She was still in her innocence. No evil intention had been formed in her mind. But if her will was uncorrupted, half her imagination was already filled with bright, poisonous shapes.
C.S. Lewis, Perelandra, Chapter 10.
In any sustained battle between the imagination and the will, the imagination eventually wins.
That, too, in almost a direct quote, is Lewis (retrieved from my memory).
Weston’s (actually, the UnMan’s) grinding away at The Lady, which I remembered as tedious from my long-ago reading, brilliantly illustrates both the power of “narrative” and the ingenuity with which the evil one seduces us. Sophistry having failed, the UnMan turned to stories of heroic feminine boldness – dozens, hundreds, thousands of stories.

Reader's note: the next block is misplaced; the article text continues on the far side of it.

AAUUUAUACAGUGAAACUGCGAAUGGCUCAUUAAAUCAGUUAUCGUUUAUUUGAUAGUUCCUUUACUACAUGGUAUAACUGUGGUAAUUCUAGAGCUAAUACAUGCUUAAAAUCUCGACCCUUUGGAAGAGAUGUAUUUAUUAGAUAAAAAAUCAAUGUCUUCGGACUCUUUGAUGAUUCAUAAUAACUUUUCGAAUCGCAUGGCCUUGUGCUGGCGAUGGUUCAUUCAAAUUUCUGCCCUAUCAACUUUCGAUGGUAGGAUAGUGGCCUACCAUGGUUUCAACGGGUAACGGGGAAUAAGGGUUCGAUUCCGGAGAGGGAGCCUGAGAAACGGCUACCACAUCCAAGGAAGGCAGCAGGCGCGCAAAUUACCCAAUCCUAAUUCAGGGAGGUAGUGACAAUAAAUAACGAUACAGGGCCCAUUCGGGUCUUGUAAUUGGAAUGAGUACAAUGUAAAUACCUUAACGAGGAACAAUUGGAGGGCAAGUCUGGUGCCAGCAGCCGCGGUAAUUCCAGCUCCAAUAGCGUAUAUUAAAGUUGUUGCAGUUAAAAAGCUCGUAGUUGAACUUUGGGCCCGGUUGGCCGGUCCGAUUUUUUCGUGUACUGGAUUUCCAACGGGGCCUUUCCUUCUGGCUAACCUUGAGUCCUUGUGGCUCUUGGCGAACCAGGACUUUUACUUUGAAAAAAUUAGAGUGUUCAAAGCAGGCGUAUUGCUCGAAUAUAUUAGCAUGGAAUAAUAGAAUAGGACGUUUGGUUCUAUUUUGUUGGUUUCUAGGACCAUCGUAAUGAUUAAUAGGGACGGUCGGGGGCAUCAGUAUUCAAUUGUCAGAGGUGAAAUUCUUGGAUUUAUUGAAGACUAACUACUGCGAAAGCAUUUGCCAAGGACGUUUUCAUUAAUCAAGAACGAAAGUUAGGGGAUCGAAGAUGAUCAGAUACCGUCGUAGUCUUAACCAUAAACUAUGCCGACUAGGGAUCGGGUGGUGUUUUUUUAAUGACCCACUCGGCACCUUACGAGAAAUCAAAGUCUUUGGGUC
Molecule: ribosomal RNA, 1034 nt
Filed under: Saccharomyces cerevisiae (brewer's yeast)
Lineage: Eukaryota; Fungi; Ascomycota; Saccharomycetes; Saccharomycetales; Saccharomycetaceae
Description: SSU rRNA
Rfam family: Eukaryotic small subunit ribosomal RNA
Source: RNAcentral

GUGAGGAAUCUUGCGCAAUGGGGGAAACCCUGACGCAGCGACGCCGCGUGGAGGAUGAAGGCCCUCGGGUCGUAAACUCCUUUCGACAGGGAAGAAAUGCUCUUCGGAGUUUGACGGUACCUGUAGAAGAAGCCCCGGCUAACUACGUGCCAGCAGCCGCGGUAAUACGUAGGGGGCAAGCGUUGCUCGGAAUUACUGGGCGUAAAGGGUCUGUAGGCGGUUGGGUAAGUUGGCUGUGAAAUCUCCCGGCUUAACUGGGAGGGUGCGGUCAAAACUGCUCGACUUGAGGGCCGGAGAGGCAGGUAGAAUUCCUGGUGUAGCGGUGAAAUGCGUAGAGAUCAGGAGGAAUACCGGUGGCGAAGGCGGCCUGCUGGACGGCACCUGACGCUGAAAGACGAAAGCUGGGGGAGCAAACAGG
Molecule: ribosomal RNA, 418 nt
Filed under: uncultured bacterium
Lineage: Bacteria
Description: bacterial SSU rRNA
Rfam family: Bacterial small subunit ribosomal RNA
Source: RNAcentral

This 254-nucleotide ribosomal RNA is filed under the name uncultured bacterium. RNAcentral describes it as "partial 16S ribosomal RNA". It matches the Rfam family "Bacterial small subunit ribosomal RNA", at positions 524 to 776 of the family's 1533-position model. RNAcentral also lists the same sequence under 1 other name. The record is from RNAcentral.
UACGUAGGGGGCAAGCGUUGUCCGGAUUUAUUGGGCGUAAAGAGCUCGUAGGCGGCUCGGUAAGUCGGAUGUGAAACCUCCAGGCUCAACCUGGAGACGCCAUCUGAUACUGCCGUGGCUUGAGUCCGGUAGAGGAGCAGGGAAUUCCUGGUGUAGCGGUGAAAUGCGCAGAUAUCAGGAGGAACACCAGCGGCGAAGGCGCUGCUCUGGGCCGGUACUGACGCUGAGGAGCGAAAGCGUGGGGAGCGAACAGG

Ransom saw that they were having their effect, and acted accordingly.
We must, must, must guard our imaginations!
* * * * *
I’d prefer no orchestration, but the striking Georgian harmony comes through (and I’m pretty sure the Church exterior is Samtavra, not the Tblisi Cathedral).